Fuhr: 8,5
     
  14. SkittlyRit

    SkittlyRit Registered User

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    I think what you mean is that the second goalie is twice as effective (because he would let in half as many goals per game, assuming an equal number of shots). You have no basis for saying he is twice as good.
     
  15. ssh

    ssh Registered User

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    Here's listed the number of shots needed to score a goal vs. a goalie with a particular sv%.

    svpct shots/goal
    0,99 100,0
    0,98 50,0
    0,97 33,3
    0,96 25,0
    0,95 20,0
    0,94 16,7
    0,93 14,3
    0,92 12,5
    0,91 11,1
    0,90 10,0
    0,89 9,1
    0,88 8,3
    0,87 7,7
    0,86 7,1
    0,85 6,7
    0,84 6,3
    0,83 5,9
    0,82 5,6
    0,81 5,3
    0,80 5,0
     
  16. ssh

    ssh Registered User

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    Certainly. So far nobody has objectively defined what twice as good even means in hockey. There isn't an agreed upon definition of "good" that can be used to quantify ability.
     
  17. MadLuke

    MadLuke Registered User

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    Your right (could be other factor) twice as good result, only twice as good if they are in exactly same situation and face the same shoot quality for a sustained period of time.

    But a .990 goaly will be about twice as good as a .980 in my mind and will obvisouly have a 100% better GAA.
     
  18. MadLuke

    MadLuke Registered User

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    I would say: good ability to help a team winning hockey games by any way.

    Twice as good will mean twice as good at helping your team winning hockey games, and could translate in twice as good at making your team scoring more goal than the others team, so the easiest position for judging this should be goalie, twice as good a making your team scoring more goal than the other team should translate to be twice as good. Making the opposition scoring half the goal than an other goaler maybe make you twice as good, but again maybe is how much you separate yourself from the average nhler goalie that count.
     
    Last edited: Sep 14, 2011
  19. MadLuke

    MadLuke Registered User

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    Very hard to say for sure, the exception could be for pure think player a pure goal scorer that score twice as many goal from an other could be twice as good, but again maybe the delta from the average player is a better metric, how much more goal by ice time you score because it is you taking the ice time instead of the average nhler, like a 60 goal scorer is twice as good than a 40 goal scorer, because it put twice as many goal from the average offensive players (20 goals).

    But I would not trade my 60 goal scorer for 2 40 goal scorer because it easy to find a 25 goal scorer and have a better team... so it is maybe exponential.
     
  20. MatthewT

    MatthewT Registered User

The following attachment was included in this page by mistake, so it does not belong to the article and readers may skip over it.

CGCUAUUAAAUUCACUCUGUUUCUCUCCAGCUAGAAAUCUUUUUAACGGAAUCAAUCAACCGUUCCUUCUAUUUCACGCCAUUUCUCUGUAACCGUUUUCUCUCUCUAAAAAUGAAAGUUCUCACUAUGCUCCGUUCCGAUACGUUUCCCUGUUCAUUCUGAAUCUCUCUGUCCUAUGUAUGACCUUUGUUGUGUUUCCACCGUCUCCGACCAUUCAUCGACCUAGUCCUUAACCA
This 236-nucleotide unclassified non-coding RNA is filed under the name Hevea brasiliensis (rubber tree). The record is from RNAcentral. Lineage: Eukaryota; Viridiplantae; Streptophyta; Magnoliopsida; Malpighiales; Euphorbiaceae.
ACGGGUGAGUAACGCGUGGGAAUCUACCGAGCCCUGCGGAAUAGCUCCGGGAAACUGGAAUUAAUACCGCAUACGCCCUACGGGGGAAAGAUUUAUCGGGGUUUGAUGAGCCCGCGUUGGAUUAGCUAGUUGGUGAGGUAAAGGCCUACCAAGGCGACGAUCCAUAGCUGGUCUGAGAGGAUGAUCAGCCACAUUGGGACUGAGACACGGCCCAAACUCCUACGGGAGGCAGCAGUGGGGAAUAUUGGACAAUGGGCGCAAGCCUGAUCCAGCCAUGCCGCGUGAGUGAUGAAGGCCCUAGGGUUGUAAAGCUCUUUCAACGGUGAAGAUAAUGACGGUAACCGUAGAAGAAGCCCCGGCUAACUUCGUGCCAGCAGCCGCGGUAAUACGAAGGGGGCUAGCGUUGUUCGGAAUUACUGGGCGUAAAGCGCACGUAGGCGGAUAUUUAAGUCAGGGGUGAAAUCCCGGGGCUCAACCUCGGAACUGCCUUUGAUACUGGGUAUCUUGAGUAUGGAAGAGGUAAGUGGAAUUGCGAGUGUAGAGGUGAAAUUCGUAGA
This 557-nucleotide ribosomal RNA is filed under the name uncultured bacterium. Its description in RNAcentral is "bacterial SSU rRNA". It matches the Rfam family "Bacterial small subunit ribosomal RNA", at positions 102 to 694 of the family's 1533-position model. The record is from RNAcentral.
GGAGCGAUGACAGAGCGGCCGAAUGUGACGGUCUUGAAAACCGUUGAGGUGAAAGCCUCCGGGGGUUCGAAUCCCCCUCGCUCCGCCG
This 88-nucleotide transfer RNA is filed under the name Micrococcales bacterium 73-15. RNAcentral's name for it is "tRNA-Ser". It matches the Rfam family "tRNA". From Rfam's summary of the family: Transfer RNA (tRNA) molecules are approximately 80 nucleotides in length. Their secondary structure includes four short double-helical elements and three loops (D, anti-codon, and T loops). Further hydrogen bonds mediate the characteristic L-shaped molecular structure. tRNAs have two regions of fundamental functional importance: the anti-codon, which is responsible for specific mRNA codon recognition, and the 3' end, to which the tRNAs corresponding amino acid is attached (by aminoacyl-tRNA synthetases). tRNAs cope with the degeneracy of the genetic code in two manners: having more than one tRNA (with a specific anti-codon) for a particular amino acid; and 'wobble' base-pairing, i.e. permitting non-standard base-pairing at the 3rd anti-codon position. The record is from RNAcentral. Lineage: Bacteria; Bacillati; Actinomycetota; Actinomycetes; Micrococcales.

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    ****ing olympics
     
  21. KingGallagherXI

    KingGallagherXI Registered User

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    97-98 and 98-99 are locks, and I'd pick 93-94 over 96-97 because his numbers compared to the competition were better.

    93-94
    Hasek 58 GP .930 S%
    Vanbiesbrouk 57 GP .924 S%
    Roy 68 GP .918 S%
    Average save percentage .895

    96-97
    Hasek 67 GP .930 S%
    Brodeur 67 GP .927 S%
    Roy 62 GP .923 S%
    Average save percentage .905

    So by your logic, a goalie with a .999 S% is 10 times better than a goalie with .990, and a goalie with 1.000 S% is infinitely better than a goalie with a .999?
     
    Last edited: Sep 14, 2011
  22. alanschu

    alanschu Registered User

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    I still get all this information when I just see the save percentages...
     
  23. tony d

    tony d Registered User Sponsor

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    1) 1997-1998
    2) 1998-1999
    3) 1993-1994
     
  24. archstanton

    archstanton Registered User

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    Hasek led the KHL with 7 shutouts.
     
  25. MadLuke

    MadLuke Registered User

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    Yes if you are able to calculate it directly in your head to doubt, they are different way to describe the same statistic.

    Miles per gallons and liters per 100 km are also exactly the same information but some people will have a better idea of the car gaz consomption with one or the others.

    One others good examples is the temperatures in kelvin or celcius.

    a gaz at 10 celcius could look to be 2 times more energetics than a 5 celcius gaz.
    But in Kelvin your cleary see that they are about the same (278 vs 283).

    Something at -272 and -271 celcius could seem to be very equal energetically but if you say it in kelvin you directly see whitout calculation that the gaz at 2 kelvin is two times more energetics than the gaz at 1 kelvin. But the information was exactly, 100% the same.